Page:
Another object of the present invention is to provide a field emitter electrode having excellent field emission efficiency and low contact electrical resistance.
In one aspect, the present invention provides a method of manufacturing a field emitter electrode using self-assembling carbon nanotubes, the method comprising the steps of: anodizing an aluminum substrate to form an anodized aluminum oxide film having a plurality of uniform pores on the aluminum substrate; preparing an electrolyte solution having carbon nanotubes dispersed therein; immersing the anodized aluminum substrate in the electrolyte solution and applying a predetermined voltage to the aluminum substrate serving as one electrode, so as to attach the carbon nanotubes to the pores; and fixing the attached carbon nanotubes to the pores.
In the inventive method as described above, the pores are preferably 0.5-2 μm in depth and 100-400 nm in diameter. Also, the step of attaching the carbon nanotubes to the pores may be performed by electrophoresis, dielectrophoresis or AC electrolysis. Also, the anodizing of the aluminum substrate may also be performed by a two-step anodizing process consisting of a first anodizing step, the etching of the anodized aluminum film, and a second anodizing step, such that pores with a more uniform diameter distribution and arrangement are formed on the aluminum substrate.
Also, in the inventive method, the step of fixing the carbon nanotubes to the pores may be performed by a thermal treatment. Alternatively, the step of fixing the carbon nanotubes may be performed by coating a binder on the aluminum substrate.
In order to increase the outside exposed lengths of the carbon nanotubes fixed to the pores, at least a portion of the thickness of the anodized aluminum oxide film may be removed after the step of fixing the carbon nanotubes to the pores. Also, in order to make the outside exposed lengths of the carbon nanotubes fixed to the pores constant, after the step of fixing the carbon nanotubes to the pores, the anodized aluminum oxide film may also be polished and etched by at least a portion of the thickness thereof. Thus, the exposed lengths of the carbon nanotubes become constant, resulting in more uniform field emission.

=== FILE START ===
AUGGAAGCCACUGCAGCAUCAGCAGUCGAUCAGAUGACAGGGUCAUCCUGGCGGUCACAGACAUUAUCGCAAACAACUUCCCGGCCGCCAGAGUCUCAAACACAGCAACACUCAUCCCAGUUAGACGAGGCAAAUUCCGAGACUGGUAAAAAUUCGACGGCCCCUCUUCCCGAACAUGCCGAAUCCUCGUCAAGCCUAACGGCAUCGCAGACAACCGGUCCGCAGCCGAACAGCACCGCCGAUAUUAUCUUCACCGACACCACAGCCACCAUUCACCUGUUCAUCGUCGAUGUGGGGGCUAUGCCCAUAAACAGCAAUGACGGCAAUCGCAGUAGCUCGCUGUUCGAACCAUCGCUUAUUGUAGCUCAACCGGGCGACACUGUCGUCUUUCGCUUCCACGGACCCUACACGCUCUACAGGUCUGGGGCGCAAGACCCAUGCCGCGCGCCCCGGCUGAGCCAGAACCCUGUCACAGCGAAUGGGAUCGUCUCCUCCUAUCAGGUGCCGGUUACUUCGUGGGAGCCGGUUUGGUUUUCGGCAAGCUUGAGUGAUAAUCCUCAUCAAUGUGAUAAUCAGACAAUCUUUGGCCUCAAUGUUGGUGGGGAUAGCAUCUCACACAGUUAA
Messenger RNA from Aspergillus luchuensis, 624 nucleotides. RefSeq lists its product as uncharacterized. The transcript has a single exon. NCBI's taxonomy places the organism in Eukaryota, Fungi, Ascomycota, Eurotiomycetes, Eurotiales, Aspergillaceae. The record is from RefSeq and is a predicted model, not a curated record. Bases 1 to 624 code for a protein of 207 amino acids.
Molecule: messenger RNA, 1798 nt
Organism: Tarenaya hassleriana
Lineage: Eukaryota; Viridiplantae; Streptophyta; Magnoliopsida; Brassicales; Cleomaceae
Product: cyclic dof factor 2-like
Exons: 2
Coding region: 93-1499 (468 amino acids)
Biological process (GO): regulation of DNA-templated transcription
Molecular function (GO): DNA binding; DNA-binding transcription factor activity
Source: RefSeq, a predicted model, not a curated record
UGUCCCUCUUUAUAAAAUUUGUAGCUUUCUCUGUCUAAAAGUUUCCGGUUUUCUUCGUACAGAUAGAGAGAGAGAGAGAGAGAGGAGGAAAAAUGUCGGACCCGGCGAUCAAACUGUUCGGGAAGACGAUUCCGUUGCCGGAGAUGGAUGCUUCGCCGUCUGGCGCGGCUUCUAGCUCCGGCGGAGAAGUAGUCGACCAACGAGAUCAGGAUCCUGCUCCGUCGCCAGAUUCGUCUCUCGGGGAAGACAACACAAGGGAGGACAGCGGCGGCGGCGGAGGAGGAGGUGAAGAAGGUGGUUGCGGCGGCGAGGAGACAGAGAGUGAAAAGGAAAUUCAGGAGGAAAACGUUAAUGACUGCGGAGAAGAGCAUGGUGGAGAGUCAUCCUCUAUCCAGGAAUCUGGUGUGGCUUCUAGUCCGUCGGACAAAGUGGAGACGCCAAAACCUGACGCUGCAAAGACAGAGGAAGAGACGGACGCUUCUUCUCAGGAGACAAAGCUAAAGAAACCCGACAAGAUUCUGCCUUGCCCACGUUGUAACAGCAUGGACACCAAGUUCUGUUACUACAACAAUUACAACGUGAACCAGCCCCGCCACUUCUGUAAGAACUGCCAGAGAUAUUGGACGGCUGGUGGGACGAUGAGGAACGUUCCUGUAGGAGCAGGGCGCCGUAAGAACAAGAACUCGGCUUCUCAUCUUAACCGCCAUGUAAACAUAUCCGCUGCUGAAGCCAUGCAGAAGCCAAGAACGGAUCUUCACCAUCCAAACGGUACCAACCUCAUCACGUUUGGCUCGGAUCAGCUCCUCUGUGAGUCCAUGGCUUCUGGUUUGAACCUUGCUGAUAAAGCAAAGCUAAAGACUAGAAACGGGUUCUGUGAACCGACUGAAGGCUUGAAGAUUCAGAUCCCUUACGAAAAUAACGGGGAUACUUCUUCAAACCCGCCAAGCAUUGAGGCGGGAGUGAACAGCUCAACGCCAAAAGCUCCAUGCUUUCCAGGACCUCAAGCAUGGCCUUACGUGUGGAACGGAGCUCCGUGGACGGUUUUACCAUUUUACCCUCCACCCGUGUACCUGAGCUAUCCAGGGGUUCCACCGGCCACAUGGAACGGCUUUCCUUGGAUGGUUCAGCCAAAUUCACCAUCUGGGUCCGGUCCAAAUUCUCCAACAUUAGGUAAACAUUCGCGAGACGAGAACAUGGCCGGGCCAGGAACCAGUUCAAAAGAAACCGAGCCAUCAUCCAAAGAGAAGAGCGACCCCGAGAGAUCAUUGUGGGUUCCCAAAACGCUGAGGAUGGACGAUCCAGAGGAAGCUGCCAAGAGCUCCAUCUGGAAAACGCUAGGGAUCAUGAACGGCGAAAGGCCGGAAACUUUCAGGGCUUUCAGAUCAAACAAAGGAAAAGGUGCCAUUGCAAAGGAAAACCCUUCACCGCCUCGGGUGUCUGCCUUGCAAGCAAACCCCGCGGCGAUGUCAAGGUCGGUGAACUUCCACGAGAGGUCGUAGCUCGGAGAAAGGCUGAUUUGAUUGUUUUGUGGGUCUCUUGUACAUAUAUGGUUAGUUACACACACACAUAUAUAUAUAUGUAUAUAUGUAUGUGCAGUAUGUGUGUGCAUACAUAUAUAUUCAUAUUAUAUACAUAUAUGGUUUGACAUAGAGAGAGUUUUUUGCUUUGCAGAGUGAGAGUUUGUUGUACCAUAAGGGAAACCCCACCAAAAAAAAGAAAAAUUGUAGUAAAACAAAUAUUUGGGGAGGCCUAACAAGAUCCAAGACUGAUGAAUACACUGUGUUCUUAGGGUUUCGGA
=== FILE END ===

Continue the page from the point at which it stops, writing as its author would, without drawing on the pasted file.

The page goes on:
In another aspect, the present invention provides a field emitter electrode comprising: an aluminum substrate on which a porous anodized aluminum oxide film having a plurality of uniform pores has been formed; and carbon nanotubes which have been attached and fixed to the pores of the porous anodized aluminum oxide film.
In the inventive field emitter electrode as described above, the pores are preferably 0.5-2 μm in depth and 100-400 nm in diameter.
According to the present invention, the aluminum substrate is anodized to form a porous anodized aluminum oxide (AAO) film on the substrate. Then, carbon nanotubes are attached and securely fixed to the pores of the anodized aluminum oxide film by a process, such as electrophoresis, dielectrophoresis or AC electrolysis. This results in a field emitter electrode in which carbon nanotube emitters are uniformly and securely fixed.
The above and other objects, features and advantages of the present invention will be more clearly understood from the following detailed description taken in conjunction with the accompanying drawings, in which:
Hereinafter, embodiments of the present invention will be described with reference to the accompanying drawings. Such embodiments may be modified and are not construed to limit the scope of the present invention. Such embodiments are given to provide a more complete description of the present invention to a person ordinarily skilled in the art. Thus, the size of elements in the drawings may be magnified to provide a clearer depiction.
As shown in